Stuff has long championed Philips’ Fidelio headphone range. My own experience goes as far back as the fab M1BT Bluetooth on-ears, which launched a mere (checks notes) eleven years ago. Each subsequent pair reliably delivered the signature Fidelio sound: warm, rich and not afraid of a little bass. The Philips Fidelio L4 looks to continue that trend – while bringing just a little more restraint, in order to appeal to a wider audience.
That is mission critical in 2023, when the noise cancelling competition has never been stronger. At £300, these over-ears undercut the Bose QuietComfort Ultra, Bowers & Wilkins PX7 S2e and Apple AirPods Max, but demand more moolah than either the Sony WH-1000XM5 or Sennheiser Momentum 4.
You’re getting refined styling, modern connectivity options, better battery life and improved ANC for your cash. Philips has also brought graphene into the mix to keep driver distortion in check, but this is otherwise a fairly straightforward pair of cans. Does the fad-free approach work?
Design & build: subtle evolution
There’s a clear family line between the previous-gen Fidelio L3 and these cans. Both have deceptively large circular ear cups, with TARDIS-like inner chambers that’ll sit comfortably around even sizeable lugs. The metal frame is slimmer this time around, though, with step-less adjustment for a more precise fit.
I’m a big fan of the styling, which is wonderfully minimalist. Vegans will also appreciate the ear cushions being made from synthetic leather. They have plenty of padding and create a reasonable amount of passive sound isolation. The headband uses the same material, instead of the mix of leather and suede seen on the Fidelio L3.
I found clamping force was well judged, being enough to stay in place while I walked to work but not so much they became uncomfortable after several hours of listening. My ears did get a little toasty by that point, but no more so than any of the Fidelio L4’s closest rivals. Sony, Bose et al are lighter, though, despite Philips reducing weight by a respectable 10% compared to the old model, but it never really bothered me.
Neither did the fact these headphones don’t properly fold up for transport. That’s because the ear cups have enough swivel to lie flat against my shoulders when worn around the neck, so I opted to just keep them on most of the time.
Features & battery: get connected
The Fidelio L4 comes bundled in a tidy, fabric-covered travel case, which also has an internal pouch to stash the 3.5mm and USB-C charging cables. The hard shell meant had no concerns lobbing it in a backpack; it kept the headphones free from damage throughout my testing.
Philips kept physical buttons to a minimum, with one for power and Bluetooth pairing, another for swapping ANC modes, and a third for activating your paired device’s voice assistant. A touch sensitive surface on the right ear cup handles everything else via gestures. You play and pause with a double-tap, swipe up and down to adjust volume, and left or right to skip tracks. Each needs a deliberate motion, which helps prevent accidentally stopping or skipping your tunes.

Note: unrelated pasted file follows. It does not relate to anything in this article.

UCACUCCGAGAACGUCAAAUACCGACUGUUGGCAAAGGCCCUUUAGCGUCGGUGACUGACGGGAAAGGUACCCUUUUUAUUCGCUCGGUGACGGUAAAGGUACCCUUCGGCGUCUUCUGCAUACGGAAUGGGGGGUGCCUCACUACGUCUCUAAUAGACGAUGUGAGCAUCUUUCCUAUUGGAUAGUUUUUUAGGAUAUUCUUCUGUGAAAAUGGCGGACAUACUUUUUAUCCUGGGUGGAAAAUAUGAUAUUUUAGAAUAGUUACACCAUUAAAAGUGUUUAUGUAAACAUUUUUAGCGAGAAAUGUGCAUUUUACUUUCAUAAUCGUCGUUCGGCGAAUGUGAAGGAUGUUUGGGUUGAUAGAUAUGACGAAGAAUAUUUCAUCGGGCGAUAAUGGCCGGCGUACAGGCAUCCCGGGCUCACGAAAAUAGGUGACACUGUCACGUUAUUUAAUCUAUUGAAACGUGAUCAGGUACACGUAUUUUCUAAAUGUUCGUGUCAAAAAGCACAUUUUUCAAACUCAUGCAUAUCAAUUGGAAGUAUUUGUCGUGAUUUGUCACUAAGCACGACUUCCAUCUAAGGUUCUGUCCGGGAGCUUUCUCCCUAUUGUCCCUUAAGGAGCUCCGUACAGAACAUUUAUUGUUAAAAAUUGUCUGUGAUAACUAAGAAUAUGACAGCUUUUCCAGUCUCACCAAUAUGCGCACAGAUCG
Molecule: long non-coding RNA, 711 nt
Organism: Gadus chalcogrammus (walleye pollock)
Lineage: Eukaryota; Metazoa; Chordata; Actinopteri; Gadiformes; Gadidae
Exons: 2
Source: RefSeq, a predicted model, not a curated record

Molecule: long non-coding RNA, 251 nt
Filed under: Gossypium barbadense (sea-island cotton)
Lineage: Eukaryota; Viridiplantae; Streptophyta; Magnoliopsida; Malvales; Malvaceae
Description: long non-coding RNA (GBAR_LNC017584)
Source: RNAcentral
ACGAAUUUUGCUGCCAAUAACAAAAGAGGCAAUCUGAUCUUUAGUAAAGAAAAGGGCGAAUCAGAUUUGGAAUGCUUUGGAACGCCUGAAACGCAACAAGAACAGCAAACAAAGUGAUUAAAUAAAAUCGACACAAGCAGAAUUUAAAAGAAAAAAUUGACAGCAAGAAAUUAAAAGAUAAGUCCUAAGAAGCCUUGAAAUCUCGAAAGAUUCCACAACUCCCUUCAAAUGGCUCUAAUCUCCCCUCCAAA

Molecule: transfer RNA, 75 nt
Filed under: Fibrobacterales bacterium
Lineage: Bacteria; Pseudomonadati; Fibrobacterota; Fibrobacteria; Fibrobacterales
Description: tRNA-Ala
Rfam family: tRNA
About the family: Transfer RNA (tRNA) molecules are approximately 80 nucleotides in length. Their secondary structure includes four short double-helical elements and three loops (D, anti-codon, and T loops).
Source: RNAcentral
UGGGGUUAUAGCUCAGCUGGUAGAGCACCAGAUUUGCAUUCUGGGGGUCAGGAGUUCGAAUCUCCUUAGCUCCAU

The extra voice pickup microphone is meant to provide clearer voice calls than the outgoing pair. I had no complaints from anyone I spoke to; they all reported hearing me perfectly well, and better than the pair of true wireless earphones I’d been using previously
According to Philips the Fidelio L4 can manage up to 40 hours of ANC-enabled listening, or 50 hours with it switched off. That largely bore out in my testing, which was done at between 50 and 60% volume. It means you can go as much as ten hours longer with a pair of these on your bonce than with the Sony WH-1000XM5 before you’ll need to plug in. A full recharge takes two hours, but a 15 minute blast is good for an afternoon’s worth of listening.
Wireless connectivity is forward-thinking, with LC3 and Bluetooth LE support as well as LDAC. There aren’t any aptX codecs, though – something that was found on the old Fidelio L3. Google Fast Pair makes setup a breeze on Android phones, and Multipoint means you can be paired to two devices at once. Auracast, a new single source, multi-receiver tech built into the Bluetooth LE spec, also makes the cut – which will be handy once it’s adopted by other gadgets.
It’s a shame, then, that I experienced a few unexplained disconnects during my testing. The Fidelio L4 would sometimes drop out for seemingly no reason, then reconnect automatically quickly after. This happened while walking around and when sat stationary, so it doesn’t seem connected to the wear sensor. It was also in areas with low Bluetooth interference, and across multiple devices. I’ve sent my unit back to Philips for the team to diagnose the issue, which is hopefully isolated or fixable through firmware.